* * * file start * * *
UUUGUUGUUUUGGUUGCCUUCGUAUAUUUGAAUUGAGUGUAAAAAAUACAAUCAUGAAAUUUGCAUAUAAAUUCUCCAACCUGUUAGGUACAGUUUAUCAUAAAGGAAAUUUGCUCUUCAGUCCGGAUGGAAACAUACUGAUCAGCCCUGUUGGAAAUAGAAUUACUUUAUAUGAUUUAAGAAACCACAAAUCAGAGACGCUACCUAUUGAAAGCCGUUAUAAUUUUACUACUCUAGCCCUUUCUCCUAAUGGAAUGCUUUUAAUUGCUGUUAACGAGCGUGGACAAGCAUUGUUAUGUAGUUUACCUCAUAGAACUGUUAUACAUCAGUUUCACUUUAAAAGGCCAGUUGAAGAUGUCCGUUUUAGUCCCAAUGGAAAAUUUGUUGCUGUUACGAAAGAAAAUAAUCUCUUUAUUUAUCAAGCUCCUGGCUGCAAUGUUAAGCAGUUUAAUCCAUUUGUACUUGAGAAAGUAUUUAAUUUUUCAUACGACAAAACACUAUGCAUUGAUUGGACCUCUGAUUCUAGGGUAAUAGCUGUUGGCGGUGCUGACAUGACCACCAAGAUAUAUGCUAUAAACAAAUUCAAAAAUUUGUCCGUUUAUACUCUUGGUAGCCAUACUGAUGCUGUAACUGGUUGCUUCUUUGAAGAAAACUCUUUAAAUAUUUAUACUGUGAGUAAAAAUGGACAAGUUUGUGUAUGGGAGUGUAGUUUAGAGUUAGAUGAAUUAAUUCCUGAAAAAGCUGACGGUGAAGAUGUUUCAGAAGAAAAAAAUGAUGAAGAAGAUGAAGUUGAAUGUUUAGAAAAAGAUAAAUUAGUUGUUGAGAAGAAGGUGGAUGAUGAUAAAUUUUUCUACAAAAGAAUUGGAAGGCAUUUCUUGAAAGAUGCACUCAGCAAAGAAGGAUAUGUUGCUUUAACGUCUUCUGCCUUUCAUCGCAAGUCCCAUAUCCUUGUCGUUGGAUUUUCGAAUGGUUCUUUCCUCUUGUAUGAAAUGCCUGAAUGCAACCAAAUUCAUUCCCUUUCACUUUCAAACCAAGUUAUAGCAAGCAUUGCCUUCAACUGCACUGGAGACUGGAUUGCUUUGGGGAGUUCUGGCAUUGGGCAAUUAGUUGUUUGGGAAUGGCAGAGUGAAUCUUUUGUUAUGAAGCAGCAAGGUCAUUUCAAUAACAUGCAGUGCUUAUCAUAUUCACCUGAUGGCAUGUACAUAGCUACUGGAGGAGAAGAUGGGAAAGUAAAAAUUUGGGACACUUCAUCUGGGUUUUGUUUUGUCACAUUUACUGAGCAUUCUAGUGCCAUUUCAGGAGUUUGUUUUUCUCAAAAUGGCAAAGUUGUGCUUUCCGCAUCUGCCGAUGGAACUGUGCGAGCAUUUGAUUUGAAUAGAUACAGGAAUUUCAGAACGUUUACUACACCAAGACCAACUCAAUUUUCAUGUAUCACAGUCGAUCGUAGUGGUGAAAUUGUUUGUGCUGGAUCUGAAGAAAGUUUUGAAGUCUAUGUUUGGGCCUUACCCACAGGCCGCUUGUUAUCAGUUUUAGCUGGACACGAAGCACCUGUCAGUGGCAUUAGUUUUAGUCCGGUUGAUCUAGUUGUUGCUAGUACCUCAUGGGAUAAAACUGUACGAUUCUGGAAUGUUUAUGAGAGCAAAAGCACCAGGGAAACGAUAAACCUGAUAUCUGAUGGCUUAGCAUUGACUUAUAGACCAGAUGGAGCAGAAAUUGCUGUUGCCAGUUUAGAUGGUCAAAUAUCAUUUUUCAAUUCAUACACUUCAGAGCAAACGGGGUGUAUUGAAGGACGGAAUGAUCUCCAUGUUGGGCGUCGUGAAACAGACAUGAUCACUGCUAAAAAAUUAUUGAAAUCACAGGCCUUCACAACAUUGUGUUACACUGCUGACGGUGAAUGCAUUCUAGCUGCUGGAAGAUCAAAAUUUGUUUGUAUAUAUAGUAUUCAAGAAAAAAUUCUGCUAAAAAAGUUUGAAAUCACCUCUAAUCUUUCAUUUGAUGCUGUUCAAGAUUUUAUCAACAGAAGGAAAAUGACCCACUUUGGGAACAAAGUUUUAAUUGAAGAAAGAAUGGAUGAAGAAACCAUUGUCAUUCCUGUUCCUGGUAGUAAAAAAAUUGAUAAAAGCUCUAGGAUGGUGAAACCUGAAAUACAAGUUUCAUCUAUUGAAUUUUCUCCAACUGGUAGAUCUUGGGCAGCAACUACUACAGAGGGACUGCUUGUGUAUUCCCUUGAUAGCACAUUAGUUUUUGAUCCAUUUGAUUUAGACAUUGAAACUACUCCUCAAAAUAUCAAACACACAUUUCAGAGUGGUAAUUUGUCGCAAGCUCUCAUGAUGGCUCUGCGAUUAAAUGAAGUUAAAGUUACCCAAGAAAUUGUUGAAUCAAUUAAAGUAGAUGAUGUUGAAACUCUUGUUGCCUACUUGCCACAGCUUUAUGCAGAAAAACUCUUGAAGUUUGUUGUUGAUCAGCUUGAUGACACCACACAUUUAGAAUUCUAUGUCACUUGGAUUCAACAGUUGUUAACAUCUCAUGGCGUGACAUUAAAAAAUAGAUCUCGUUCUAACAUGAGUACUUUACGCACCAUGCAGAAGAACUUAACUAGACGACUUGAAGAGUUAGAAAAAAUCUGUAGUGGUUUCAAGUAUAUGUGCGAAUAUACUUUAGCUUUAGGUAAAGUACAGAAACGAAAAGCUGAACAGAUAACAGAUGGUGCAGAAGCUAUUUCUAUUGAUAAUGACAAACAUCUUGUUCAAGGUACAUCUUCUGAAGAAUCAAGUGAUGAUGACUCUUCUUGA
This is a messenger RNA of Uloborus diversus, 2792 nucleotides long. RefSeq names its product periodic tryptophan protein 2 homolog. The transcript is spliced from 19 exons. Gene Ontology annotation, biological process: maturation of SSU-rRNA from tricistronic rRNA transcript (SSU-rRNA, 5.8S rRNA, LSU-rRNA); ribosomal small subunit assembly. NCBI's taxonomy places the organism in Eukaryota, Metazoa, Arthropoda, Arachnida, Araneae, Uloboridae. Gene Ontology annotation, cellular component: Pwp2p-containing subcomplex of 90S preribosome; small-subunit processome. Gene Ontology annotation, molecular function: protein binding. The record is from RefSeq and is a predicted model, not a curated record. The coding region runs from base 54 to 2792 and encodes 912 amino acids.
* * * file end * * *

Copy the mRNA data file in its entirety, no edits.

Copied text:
UUUGUUGUUUUGGUUGCCUUCGUAUAUUUGAAUUGAGUGUAAAAAAUACAAUCAUGAAAUUUGCAUAUAAAUUCUCCAACCUGUUAGGUACAGUUUAUCAUAAAGGAAAUUUGCUCUUCAGUCCGGAUGGAAACAUACUGAUCAGCCCUGUUGGAAAUAGAAUUACUUUAUAUGAUUUAAGAAACCACAAAUCAGAGACGCUACCUAUUGAAAGCCGUUAUAAUUUUACUACUCUAGCCCUUUCUCCUAAUGGAAUGCUUUUAAUUGCUGUUAACGAGCGUGGACAAGCAUUGUUAUGUAGUUUACCUCAUAGAACUGUUAUACAUCAGUUUCACUUUAAAAGGCCAGUUGAAGAUGUCCGUUUUAGUCCCAAUGGAAAAUUUGUUGCUGUUACGAAAGAAAAUAAUCUCUUUAUUUAUCAAGCUCCUGGCUGCAAUGUUAAGCAGUUUAAUCCAUUUGUACUUGAGAAAGUAUUUAAUUUUUCAUACGACAAAACACUAUGCAUUGAUUGGACCUCUGAUUCUAGGGUAAUAGCUGUUGGCGGUGCUGACAUGACCACCAAGAUAUAUGCUAUAAACAAAUUCAAAAAUUUGUCCGUUUAUACUCUUGGUAGCCAUACUGAUGCUGUAACUGGUUGCUUCUUUGAAGAAAACUCUUUAAAUAUUUAUACUGUGAGUAAAAAUGGACAAGUUUGUGUAUGGGAGUGUAGUUUAGAGUUAGAUGAAUUAAUUCCUGAAAAAGCUGACGGUGAAGAUGUUUCAGAAGAAAAAAAUGAUGAAGAAGAUGAAGUUGAAUGUUUAGAAAAAGAUAAAUUAGUUGUUGAGAAGAAGGUGGAUGAUGAUAAAUUUUUCUACAAAAGAAUUGGAAGGCAUUUCUUGAAAGAUGCACUCAGCAAAGAAGGAUAUGUUGCUUUAACGUCUUCUGCCUUUCAUCGCAAGUCCCAUAUCCUUGUCGUUGGAUUUUCGAAUGGUUCUUUCCUCUUGUAUGAAAUGCCUGAAUGCAACCAAAUUCAUUCCCUUUCACUUUCAAACCAAGUUAUAGCAAGCAUUGCCUUCAACUGCACUGGAGACUGGAUUGCUUUGGGGAGUUCUGGCAUUGGGCAAUUAGUUGUUUGGGAAUGGCAGAGUGAAUCUUUUGUUAUGAAGCAGCAAGGUCAUUUCAAUAACAUGCAGUGCUUAUCAUAUUCACCUGAUGGCAUGUACAUAGCUACUGGAGGAGAAGAUGGGAAAGUAAAAAUUUGGGACACUUCAUCUGGGUUUUGUUUUGUCACAUUUACUGAGCAUUCUAGUGCCAUUUCAGGAGUUUGUUUUUCUCAAAAUGGCAAAGUUGUGCUUUCCGCAUCUGCCGAUGGAACUGUGCGAGCAUUUGAUUUGAAUAGAUACAGGAAUUUCAGAACGUUUACUACACCAAGACCAACUCAAUUUUCAUGUAUCACAGUCGAUCGUAGUGGUGAAAUUGUUUGUGCUGGAUCUGAAGAAAGUUUUGAAGUCUAUGUUUGGGCCUUACCCACAGGCCGCUUGUUAUCAGUUUUAGCUGGACACGAAGCACCUGUCAGUGGCAUUAGUUUUAGUCCGGUUGAUCUAGUUGUUGCUAGUACCUCAUGGGAUAAAACUGUACGAUUCUGGAAUGUUUAUGAGAGCAAAAGCACCAGGGAAACGAUAAACCUGAUAUCUGAUGGCUUAGCAUUGACUUAUAGACCAGAUGGAGCAGAAAUUGCUGUUGCCAGUUUAGAUGGUCAAAUAUCAUUUUUCAAUUCAUACACUUCAGAGCAAACGGGGUGUAUUGAAGGACGGAAUGAUCUCCAUGUUGGGCGUCGUGAAACAGACAUGAUCACUGCUAAAAAAUUAUUGAAAUCACAGGCCUUCACAACAUUGUGUUACACUGCUGACGGUGAAUGCAUUCUAGCUGCUGGAAGAUCAAAAUUUGUUUGUAUAUAUAGUAUUCAAGAAAAAAUUCUGCUAAAAAAGUUUGAAAUCACCUCUAAUCUUUCAUUUGAUGCUGUUCAAGAUUUUAUCAACAGAAGGAAAAUGACCCACUUUGGGAACAAAGUUUUAAUUGAAGAAAGAAUGGAUGAAGAAACCAUUGUCAUUCCUGUUCCUGGUAGUAAAAAAAUUGAUAAAAGCUCUAGGAUGGUGAAACCUGAAAUACAAGUUUCAUCUAUUGAAUUUUCUCCAACUGGUAGAUCUUGGGCAGCAACUACUACAGAGGGACUGCUUGUGUAUUCCCUUGAUAGCACAUUAGUUUUUGAUCCAUUUGAUUUAGACAUUGAAACUACUCCUCAAAAUAUCAAACACACAUUUCAGAGUGGUAAUUUGUCGCAAGCUCUCAUGAUGGCUCUGCGAUUAAAUGAAGUUAAAGUUACCCAAGAAAUUGUUGAAUCAAUUAAAGUAGAUGAUGUUGAAACUCUUGUUGCCUACUUGCCACAGCUUUAUGCAGAAAAACUCUUGAAGUUUGUUGUUGAUCAGCUUGAUGACACCACACAUUUAGAAUUCUAUGUCACUUGGAUUCAACAGUUGUUAACAUCUCAUGGCGUGACAUUAAAAAAUAGAUCUCGUUCUAACAUGAGUACUUUACGCACCAUGCAGAAGAACUUAACUAGACGACUUGAAGAGUUAGAAAAAAUCUGUAGUGGUUUCAAGUAUAUGUGCGAAUAUACUUUAGCUUUAGGUAAAGUACAGAAACGAAAAGCUGAACAGAUAACAGAUGGUGCAGAAGCUAUUUCUAUUGAUAAUGACAAACAUCUUGUUCAAGGUACAUCUUCUGAAGAAUCAAGUGAUGAUGACUCUUCUUGA
This is a messenger RNA of Uloborus diversus, 2792 nucleotides long. RefSeq names its product periodic tryptophan protein 2 homolog. The transcript is spliced from 19 exons. Gene Ontology annotation, biological process: maturation of SSU-rRNA from tricistronic rRNA transcript (SSU-rRNA, 5.8S rRNA, LSU-rRNA); ribosomal small subunit assembly. NCBI's taxonomy places the organism in Eukaryota, Metazoa, Arthropoda, Arachnida, Araneae, Uloboridae. Gene Ontology annotation, cellular component: Pwp2p-containing subcomplex of 90S preribosome; small-subunit processome. Gene Ontology annotation, molecular function: protein binding. The record is from RefSeq and is a predicted model, not a curated record. The coding region runs from base 54 to 2792 and encodes 912 amino acids.